Jerry W. Lybrand grew up in Redfield and graduated from White Hall High School in 1960.
His life became fodder for a “local boy makes good” story, as he retired 39 years later as one of the White Hall School District’s most respected and beloved superintendents. In his 33-year education career in the district, he developed a reputation for devising easily workable solutions to potential problems and helping to enable a number of milestone achievements.
In the process, he utilized an uncommon ability to calm rising storms and boost the morale and confidence of students and his fellow teachers and administrators.
“He was a one-of-a-kind guy,” WHHS Principal Doug Dorris said of Lybrand, who died Tuesday at the age of 71. “He encouraged everyone and lifted their spirits. I consider myself very fortunate to have been one of his students and to have worked for him.
“He was one of my biggest influences,” Dorris said. “He’s been a part of my life since I was 15 and he was my (White Hall Junior High School) football coach. He was like a father figure to everyone. If you knew him, you admired him, and you never wanted to disappoint him.”
WHSD Assistant Superintendent Bill Mitchell — hired by Lybrand and then-Superintendent Julius Brown nearly 40 years ago — said Lybrand possessed unusual positive influence.
“Everything he dealt with brought success to the district,” Mitchell said. “He impressed me from the first day I met him, and I credit him in part for my career. He was an ultra-successful administrator and mentor. He was a truly fine man, and I can’t say enough good about him.”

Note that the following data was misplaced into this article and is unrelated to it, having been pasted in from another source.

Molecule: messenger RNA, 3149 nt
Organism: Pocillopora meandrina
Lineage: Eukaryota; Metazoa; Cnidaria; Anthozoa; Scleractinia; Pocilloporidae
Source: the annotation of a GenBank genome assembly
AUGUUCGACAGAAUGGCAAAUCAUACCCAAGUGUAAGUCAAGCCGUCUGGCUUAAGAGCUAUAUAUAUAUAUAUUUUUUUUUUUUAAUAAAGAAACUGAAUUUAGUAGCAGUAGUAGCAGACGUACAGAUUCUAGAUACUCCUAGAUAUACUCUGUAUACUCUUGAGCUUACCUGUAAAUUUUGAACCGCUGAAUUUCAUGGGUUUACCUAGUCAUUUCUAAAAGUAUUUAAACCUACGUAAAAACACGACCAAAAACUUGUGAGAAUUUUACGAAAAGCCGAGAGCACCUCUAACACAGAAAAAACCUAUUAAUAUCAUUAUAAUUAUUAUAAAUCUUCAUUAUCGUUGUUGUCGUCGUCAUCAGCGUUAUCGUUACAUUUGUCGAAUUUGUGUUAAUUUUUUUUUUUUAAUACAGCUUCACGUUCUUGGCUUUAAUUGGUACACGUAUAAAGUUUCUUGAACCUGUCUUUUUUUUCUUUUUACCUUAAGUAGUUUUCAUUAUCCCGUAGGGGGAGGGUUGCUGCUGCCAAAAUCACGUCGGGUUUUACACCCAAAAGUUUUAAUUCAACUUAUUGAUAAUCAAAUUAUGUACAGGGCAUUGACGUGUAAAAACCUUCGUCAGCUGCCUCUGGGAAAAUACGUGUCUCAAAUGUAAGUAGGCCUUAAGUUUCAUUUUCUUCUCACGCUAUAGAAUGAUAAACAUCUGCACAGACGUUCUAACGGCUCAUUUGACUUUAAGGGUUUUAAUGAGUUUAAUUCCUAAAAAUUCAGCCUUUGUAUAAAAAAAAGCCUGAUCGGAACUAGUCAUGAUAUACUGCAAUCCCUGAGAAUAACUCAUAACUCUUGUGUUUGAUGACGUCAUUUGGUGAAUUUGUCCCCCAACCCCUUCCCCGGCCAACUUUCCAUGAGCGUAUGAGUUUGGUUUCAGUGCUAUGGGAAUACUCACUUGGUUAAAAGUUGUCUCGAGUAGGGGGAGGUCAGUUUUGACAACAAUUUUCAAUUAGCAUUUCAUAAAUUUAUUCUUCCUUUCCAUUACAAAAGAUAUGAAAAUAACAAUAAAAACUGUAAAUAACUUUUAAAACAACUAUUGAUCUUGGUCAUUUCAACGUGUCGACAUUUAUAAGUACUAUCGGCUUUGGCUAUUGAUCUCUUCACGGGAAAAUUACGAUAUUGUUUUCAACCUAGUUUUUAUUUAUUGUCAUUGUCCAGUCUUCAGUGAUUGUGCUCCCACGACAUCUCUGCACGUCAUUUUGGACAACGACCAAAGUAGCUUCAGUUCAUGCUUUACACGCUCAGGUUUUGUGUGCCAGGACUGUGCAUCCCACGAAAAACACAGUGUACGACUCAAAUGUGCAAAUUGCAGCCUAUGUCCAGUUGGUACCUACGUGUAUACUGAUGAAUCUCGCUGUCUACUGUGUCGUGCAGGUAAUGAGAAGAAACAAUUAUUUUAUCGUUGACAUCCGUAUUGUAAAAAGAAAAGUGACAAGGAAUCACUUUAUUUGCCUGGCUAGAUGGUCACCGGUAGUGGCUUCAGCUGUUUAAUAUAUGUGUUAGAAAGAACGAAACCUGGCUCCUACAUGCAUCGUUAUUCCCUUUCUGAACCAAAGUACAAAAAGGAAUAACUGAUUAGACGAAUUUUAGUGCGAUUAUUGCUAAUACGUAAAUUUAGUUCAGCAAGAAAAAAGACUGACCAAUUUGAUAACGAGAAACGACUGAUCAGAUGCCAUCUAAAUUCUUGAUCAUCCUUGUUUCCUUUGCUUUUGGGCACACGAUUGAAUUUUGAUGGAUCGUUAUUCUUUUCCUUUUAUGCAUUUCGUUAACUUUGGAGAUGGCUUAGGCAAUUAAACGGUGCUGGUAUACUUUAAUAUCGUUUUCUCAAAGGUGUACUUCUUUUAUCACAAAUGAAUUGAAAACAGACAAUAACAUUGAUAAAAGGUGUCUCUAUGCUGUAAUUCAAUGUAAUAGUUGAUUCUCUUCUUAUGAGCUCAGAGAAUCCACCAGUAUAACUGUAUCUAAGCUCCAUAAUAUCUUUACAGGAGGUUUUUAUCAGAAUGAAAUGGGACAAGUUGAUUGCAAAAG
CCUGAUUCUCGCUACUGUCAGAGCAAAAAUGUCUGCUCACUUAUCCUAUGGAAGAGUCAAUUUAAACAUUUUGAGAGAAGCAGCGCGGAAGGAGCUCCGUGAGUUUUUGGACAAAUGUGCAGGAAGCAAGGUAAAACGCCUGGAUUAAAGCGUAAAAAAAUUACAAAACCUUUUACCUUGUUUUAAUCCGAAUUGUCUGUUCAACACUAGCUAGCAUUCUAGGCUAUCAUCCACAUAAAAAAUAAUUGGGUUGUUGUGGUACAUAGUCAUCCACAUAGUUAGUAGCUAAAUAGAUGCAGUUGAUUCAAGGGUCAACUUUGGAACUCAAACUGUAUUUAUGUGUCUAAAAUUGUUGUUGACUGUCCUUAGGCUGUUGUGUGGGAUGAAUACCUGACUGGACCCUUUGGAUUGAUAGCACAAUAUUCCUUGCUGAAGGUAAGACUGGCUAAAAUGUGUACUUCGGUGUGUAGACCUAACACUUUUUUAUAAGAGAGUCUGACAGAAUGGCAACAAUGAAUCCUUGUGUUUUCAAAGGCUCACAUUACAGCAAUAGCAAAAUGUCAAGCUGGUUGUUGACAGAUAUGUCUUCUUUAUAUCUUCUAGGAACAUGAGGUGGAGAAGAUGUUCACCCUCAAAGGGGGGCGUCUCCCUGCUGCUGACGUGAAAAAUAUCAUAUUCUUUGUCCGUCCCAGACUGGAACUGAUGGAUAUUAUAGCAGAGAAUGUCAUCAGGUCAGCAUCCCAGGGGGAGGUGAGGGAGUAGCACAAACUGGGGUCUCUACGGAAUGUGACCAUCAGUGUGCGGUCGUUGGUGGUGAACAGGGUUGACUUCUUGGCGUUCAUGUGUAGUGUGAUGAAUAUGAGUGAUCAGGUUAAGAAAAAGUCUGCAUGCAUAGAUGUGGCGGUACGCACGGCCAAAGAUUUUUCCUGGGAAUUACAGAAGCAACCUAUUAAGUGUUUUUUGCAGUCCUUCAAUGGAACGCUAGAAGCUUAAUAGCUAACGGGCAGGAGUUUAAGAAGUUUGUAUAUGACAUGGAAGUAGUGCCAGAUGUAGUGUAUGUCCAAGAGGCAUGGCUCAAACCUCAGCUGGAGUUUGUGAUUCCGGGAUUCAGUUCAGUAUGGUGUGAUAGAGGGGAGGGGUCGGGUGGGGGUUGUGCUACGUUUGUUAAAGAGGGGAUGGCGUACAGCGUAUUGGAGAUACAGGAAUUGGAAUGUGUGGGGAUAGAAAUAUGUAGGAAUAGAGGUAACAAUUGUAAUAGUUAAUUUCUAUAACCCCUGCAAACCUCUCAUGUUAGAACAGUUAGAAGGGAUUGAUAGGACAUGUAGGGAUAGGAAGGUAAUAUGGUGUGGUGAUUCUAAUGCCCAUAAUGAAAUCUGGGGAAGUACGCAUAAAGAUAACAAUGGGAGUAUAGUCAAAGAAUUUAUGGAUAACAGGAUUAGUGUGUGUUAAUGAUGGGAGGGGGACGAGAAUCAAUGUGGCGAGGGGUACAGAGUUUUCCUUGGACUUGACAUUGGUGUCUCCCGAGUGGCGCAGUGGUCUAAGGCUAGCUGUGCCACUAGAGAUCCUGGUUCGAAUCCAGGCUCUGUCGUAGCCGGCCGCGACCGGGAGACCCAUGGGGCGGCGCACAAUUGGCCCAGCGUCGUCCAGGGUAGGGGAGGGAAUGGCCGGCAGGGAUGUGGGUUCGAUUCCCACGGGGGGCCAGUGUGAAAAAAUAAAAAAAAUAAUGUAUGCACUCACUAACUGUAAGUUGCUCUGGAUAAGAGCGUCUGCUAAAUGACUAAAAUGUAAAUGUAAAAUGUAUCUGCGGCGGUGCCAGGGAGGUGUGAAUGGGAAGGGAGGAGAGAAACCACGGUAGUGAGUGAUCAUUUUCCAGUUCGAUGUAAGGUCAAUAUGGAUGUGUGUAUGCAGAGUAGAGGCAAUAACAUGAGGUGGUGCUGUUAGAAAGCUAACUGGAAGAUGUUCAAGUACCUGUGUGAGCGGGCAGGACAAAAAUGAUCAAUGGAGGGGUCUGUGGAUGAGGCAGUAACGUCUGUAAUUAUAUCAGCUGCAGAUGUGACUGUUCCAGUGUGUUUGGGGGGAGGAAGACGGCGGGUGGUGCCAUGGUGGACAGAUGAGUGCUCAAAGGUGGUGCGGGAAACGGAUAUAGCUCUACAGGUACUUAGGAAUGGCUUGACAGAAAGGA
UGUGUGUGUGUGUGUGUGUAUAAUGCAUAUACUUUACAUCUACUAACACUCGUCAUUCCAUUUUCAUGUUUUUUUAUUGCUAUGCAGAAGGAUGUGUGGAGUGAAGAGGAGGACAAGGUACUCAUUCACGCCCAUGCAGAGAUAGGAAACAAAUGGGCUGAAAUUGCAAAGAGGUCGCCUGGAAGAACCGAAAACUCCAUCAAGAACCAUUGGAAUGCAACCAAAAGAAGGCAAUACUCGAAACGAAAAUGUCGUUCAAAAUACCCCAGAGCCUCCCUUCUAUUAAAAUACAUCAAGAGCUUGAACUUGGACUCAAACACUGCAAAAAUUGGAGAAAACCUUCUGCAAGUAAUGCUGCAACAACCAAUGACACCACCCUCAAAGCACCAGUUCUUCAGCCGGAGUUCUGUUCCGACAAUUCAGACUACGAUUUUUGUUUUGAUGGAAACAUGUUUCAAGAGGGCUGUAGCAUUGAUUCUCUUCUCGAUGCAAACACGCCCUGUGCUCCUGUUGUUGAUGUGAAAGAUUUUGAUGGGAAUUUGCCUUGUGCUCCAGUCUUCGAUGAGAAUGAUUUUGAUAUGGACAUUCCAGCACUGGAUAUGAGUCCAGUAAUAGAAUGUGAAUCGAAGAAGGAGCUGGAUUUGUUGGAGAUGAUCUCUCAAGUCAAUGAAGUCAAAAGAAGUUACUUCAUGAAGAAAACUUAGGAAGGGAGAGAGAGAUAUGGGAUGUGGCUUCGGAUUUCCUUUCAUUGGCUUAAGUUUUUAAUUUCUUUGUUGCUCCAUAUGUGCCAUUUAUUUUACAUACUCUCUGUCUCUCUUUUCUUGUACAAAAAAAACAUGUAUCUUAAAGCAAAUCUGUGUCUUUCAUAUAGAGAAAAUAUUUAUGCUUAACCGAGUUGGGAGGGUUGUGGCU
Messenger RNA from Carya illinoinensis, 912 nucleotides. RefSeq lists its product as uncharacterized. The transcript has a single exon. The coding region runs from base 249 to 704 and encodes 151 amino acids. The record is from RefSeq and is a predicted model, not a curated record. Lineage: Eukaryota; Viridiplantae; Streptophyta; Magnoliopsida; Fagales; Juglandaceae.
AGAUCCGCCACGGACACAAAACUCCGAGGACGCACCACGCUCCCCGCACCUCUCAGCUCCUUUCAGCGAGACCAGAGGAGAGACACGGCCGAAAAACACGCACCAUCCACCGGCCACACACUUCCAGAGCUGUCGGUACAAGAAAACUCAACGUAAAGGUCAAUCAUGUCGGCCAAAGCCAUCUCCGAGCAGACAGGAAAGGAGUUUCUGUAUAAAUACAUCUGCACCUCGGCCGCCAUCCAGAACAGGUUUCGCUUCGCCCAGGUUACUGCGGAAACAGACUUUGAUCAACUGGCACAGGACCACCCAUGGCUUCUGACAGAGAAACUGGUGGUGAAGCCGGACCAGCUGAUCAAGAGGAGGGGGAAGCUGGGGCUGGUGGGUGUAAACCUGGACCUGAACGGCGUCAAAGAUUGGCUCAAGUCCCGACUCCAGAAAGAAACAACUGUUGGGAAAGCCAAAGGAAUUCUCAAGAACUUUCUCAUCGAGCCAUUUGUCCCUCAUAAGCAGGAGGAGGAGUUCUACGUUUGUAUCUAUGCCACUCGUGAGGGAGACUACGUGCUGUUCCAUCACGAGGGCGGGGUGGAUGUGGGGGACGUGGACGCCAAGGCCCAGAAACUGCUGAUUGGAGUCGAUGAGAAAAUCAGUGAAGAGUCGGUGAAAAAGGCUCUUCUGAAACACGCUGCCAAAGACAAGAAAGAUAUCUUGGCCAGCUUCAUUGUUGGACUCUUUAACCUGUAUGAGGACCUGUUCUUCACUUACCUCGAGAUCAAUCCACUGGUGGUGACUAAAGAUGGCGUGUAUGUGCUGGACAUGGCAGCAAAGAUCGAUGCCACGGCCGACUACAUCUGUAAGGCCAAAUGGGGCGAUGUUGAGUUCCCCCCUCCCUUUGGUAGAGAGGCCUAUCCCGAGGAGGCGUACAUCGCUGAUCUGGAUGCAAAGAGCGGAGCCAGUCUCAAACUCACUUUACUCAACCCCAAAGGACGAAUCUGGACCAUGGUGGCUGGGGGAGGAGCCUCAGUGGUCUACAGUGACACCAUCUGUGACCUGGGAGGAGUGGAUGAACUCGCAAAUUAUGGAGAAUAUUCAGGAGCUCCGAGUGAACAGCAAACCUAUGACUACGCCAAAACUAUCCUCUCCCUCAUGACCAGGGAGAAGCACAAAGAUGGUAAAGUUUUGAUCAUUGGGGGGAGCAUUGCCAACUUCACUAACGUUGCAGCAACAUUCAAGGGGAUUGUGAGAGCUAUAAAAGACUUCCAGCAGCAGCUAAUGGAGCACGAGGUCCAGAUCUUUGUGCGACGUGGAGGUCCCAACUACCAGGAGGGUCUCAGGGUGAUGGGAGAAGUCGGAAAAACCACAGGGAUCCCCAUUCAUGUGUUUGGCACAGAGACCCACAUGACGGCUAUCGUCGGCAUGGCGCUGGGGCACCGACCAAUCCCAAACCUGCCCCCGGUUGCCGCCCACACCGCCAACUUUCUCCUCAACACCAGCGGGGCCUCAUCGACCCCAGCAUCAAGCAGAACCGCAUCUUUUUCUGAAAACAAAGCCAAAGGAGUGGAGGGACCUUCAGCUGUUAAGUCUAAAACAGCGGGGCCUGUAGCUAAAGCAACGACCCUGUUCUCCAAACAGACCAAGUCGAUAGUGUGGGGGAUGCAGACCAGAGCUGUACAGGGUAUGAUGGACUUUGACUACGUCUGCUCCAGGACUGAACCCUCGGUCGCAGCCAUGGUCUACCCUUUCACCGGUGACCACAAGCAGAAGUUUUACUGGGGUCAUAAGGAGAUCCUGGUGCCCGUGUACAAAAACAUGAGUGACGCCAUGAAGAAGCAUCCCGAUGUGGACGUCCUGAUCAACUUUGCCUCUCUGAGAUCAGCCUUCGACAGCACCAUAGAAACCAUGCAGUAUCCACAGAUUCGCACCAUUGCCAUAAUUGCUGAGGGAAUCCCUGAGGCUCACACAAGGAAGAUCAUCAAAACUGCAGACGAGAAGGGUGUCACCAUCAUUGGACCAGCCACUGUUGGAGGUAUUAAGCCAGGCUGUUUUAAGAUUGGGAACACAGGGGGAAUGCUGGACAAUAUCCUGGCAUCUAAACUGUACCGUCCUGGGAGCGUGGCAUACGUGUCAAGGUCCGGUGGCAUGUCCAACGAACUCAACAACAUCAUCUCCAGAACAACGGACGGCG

Twenty-year White Hall School Board member Raymond Jones said the district made a number of advancements under Lybrand, who was superintendent from 1991-98.
“He really brought our district forward,” Jones said. “He put us on the road in technology, and he was instrumental in our building program.”
Jones said that if the district needed information on a technology matter, Lybrand would determine where a meeting on the particular subject was scheduled. Lybrand would attend and obtain details on what the district needed to do to add the feature to its offerings.
Jones also praised Lybrand on his decision making.
“Whatever actions he took on an issue were always equitable to all involved,” Jones said, noting that Lybrand was sensitive to all sides in a situation and always just in bringing about resolution.
Lybrand’s skills as a communicator contributed to his proud legacy as the district’s chief executive.
Jones said that for several years, the district operated on annual deficits of up to $400,000 because of problems within figuring on state education funding. Lybrand teamed with longtime White Hall state legislator Jay Bradford in engineering a cure to the woe, and Bradford put his ability to work in garnering legislative approval for revisions that resulted in WHSD becoming financially secure.
But even when the district was scrapping for money, Lybrand would often come up with means of providing salary increases for employees. Jones said some teachers had previously gone without raises several years, so they naturally appreciated Lybrand’s financial wizardry.
Dorris said Lybrand offered a perfect illustration of the premise that actions are just as important as words.
“He inspired me by his actions to become a football coach,” said Dorris, who wound up serving in the post for more than 20 years.
Dorris said Lybrand had a habit of pushing his co-workers to continue their educations.
Education was also a priority within Lybrand’s family. His wife, Glenda Burton Lybrand, retired as a longtime WHSD counselor. The couple’s daughter, Carol Lybrand Taylor, is an elementary teacher in the district.
Jones said he’ll remember Lybrand for his loyalty and devotion to the district.
“He cared about the White Hall School District,” Jones said. “His heart was in this district.”
Funeral services are scheduled for 2 p.m. Saturday at Bethany Missionary Baptist Church. Burial will be at White Hall United Methodist Cemetery by Ralph Robinson and Son Funeral Directors.